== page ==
I don’t see the writer as having any responsibility. To me, he only has a role in the sense that he writes, instead of crunching numbers or hitting golf balls (but he can do those other things, too).
8 - Do you find the process of working with an outside editor difficult or essential (or both)?
Both. Writing for me is a lot of navel-gazing, and it’s hard to be objective after staring at the old navel for so long.
9 - What is the best piece of advice you've heard (not necessarily given to you directly)?
“Fake it till you make it,” maybe.
10 - What kind of writing routine do you tend to keep, or do you even have one? How does a typical day (for you) begin?
Inadvisedly, I keep a wildly inconsistent writing routine. I have periods of being prolific and periods where I think I’d like to become a professional golfer or a carpenter. A typical day begins with me hustling to get to work on time, or waking up in the afternoon if it’s the weekend.
11 - When your writing gets stalled, where do you turn or return for (for lack of a better word) inspiration?
Historically, if I’m not writing, it means that I’m probably not as miserable as I could be. I just trust that my misery will return.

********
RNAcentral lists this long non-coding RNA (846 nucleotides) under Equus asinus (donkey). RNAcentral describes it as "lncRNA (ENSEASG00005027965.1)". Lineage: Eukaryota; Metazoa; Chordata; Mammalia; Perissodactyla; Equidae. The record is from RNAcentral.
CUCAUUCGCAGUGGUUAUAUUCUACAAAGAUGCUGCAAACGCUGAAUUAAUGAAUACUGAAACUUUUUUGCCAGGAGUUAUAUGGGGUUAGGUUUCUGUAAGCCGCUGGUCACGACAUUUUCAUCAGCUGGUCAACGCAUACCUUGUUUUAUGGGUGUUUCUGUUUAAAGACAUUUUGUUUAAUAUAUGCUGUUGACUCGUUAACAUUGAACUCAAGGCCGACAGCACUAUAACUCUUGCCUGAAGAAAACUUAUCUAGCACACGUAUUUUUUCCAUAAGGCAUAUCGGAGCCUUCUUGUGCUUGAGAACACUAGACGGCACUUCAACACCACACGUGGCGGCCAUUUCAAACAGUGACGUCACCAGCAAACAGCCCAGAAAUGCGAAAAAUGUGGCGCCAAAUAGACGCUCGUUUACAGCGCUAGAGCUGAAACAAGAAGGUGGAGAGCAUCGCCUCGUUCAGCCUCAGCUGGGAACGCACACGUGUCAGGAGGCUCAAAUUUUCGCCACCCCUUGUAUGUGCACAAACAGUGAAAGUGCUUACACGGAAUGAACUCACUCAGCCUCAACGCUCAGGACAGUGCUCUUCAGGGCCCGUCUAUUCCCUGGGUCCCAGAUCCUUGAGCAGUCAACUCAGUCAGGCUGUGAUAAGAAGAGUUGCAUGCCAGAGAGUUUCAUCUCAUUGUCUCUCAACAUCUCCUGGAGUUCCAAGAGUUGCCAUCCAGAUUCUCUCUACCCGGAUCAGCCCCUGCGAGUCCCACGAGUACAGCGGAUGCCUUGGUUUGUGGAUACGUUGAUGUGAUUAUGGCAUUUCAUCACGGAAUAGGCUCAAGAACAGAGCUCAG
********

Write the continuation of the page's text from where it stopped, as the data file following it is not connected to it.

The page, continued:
12 - What fragrance reminds you of home?
If it’s my home, maybe a foot odour. My parents’ though, turkey.
13 - David W. McFadden once said that books come from books, but are there any other forms that influence your work, whether nature, music, science or visual art?
Sure. Music, for sure. Movies, sure. David Lynch sometimes pokes around my mental landscape. Photography, painting... Nature, sure. Can’t discard nature.
14 - What other writers or writings are important for your work, or simply your life outside of your work?
These aren’t necessarily always my favourites but: Salinger, Bolaño, DFW, cummings, Bernhard, Hemingway…
15 - What would you like to do that you haven't yet done?
Find a way to live freer and less encumbered, mostly. Get a tattoo.
16 - If you could pick any other occupation to attempt, what would it be? Or, alternately, what do you think you would have ended up doing had you not been a writer?
I’d like to be a pro athlete—maybe a basketball player or a golfer. Maybe a stand-up comic. (Though I wish I had the impulse to help people—like a doctor).
Since I am far from sustaining myself financially with writing, I will say, the sad truth is I would have ended up working in an office as an editor (what I do currently).
17 - What made you write, as opposed to doing something else?
A sadness and a romanticism and an attempt at immortality.
18 - What was the last great book you read? What was the last great film?
Last great book: Humboldt’s Gift by Bellow. Last great film: The 400 Blows by Truffaut (though I even more recently watched Magic Mike, and I thought it was almost great—best I’ve seen of 2012).
19 - What are you currently working on?
Fiction and poetry. Staying the course.
12 or 20 (second series) questions;
Wednesday, February 27, 2013
12 or 20 (second series) questions with Andrew Szymanski
Posted by rob mclennan at 9:01 AM
Subscribe to: Post Comments (Atom)
Post a Comment